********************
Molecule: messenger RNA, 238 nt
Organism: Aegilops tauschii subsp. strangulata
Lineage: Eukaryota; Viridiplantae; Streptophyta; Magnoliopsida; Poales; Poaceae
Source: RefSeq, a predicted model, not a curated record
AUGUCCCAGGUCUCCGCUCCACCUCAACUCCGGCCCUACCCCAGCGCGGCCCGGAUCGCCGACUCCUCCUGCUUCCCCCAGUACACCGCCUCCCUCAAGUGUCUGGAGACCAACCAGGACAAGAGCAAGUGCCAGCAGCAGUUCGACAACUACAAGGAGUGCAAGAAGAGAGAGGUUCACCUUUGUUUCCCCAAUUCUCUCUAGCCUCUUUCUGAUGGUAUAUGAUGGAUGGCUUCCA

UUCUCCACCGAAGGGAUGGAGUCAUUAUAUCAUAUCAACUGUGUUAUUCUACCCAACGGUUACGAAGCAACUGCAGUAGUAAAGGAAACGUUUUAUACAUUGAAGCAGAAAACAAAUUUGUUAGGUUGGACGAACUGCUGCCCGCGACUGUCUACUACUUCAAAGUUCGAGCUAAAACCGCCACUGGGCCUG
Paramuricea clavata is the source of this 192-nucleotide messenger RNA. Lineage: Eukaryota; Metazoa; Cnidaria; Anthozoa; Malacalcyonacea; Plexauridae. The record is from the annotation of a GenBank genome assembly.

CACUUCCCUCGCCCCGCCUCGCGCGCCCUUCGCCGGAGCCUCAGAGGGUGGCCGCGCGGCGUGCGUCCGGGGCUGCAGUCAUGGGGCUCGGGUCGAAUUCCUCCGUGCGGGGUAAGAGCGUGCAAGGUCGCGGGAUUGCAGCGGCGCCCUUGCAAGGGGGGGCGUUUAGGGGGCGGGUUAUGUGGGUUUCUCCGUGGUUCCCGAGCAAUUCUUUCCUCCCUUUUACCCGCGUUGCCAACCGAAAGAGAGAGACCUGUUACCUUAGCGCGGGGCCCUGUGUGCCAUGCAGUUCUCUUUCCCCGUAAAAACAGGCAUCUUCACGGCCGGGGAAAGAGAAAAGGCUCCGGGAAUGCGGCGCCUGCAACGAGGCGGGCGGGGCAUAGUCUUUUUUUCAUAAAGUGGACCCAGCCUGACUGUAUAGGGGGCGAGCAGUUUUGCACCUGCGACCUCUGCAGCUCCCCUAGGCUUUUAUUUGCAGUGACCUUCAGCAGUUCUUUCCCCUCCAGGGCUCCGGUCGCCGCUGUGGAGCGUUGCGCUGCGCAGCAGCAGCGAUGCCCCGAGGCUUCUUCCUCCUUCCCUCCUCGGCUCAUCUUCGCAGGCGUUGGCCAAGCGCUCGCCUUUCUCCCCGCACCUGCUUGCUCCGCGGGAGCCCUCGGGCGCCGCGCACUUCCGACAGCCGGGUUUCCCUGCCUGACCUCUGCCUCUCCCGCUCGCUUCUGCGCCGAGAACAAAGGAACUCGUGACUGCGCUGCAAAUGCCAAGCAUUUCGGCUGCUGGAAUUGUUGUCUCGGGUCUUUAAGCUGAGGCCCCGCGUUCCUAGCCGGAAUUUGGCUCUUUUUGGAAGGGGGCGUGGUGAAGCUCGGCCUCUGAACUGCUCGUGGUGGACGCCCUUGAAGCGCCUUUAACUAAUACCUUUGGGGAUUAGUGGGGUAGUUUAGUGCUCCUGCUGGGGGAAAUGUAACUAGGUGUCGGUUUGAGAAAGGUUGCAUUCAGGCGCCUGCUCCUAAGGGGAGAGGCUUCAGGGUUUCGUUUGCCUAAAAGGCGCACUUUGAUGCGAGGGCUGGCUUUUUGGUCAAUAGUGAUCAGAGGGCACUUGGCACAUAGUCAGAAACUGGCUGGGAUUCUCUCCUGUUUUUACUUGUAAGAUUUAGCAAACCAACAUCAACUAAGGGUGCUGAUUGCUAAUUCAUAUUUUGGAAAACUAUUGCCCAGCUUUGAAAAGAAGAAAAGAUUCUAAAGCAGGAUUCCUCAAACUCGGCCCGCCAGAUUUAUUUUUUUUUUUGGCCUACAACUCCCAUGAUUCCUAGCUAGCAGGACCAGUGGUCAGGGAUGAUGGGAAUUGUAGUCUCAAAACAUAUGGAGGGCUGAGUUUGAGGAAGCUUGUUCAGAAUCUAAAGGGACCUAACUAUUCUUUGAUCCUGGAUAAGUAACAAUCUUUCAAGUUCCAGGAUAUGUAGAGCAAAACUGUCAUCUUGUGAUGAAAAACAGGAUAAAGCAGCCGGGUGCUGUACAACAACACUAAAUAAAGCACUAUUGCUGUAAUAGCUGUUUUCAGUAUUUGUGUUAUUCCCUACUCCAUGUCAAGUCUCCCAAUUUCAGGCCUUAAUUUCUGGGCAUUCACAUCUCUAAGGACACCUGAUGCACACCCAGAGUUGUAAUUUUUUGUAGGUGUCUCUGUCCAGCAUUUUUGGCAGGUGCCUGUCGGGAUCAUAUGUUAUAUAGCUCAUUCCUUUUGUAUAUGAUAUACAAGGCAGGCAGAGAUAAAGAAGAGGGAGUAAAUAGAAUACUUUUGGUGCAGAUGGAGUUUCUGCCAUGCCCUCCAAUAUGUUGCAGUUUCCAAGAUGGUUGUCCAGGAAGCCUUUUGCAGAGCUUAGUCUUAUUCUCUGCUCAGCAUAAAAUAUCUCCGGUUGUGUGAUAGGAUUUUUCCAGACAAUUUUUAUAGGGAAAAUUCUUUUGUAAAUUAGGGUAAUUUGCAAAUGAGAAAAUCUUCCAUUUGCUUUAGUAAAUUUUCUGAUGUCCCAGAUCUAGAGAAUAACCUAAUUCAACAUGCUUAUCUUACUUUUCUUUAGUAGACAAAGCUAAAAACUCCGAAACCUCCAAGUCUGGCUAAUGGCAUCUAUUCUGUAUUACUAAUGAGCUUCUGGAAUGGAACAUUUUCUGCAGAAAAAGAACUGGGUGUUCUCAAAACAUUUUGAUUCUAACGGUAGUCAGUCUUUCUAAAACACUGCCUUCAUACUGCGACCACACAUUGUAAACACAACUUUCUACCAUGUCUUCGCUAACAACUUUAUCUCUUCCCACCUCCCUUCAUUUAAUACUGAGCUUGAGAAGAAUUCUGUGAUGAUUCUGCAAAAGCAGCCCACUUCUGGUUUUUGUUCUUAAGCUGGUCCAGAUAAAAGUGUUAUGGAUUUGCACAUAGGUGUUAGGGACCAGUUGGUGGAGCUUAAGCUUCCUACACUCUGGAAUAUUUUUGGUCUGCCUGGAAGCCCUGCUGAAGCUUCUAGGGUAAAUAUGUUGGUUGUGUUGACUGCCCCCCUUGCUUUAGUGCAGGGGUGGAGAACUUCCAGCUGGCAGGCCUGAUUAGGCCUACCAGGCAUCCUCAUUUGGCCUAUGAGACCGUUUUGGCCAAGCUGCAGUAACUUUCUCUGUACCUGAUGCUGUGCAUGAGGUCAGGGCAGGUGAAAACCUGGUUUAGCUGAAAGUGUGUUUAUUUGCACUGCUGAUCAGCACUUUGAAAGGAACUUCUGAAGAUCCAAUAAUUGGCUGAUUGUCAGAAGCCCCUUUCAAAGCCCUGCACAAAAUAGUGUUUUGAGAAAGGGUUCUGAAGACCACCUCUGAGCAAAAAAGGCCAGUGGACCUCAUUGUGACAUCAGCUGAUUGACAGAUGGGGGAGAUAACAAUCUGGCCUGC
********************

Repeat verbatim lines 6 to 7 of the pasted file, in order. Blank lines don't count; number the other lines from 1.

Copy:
UUCUCCACCGAAGGGAUGGAGUCAUUAUAUCAUAUCAACUGUGUUAUUCUACCCAACGGUUACGAAGCAACUGCAGUAGUAAAGGAAACGUUUUAUACAUUGAAGCAGAAAACAAAUUUGUUAGGUUGGACGAACUGCUGCCCGCGACUGUCUACUACUUCAAAGUUCGAGCUAAAACCGCCACUGGGCCUG
Paramuricea clavata is the source of this 192-nucleotide messenger RNA. Lineage: Eukaryota; Metazoa; Cnidaria; Anthozoa; Malacalcyonacea; Plexauridae. The record is from the annotation of a GenBank genome assembly.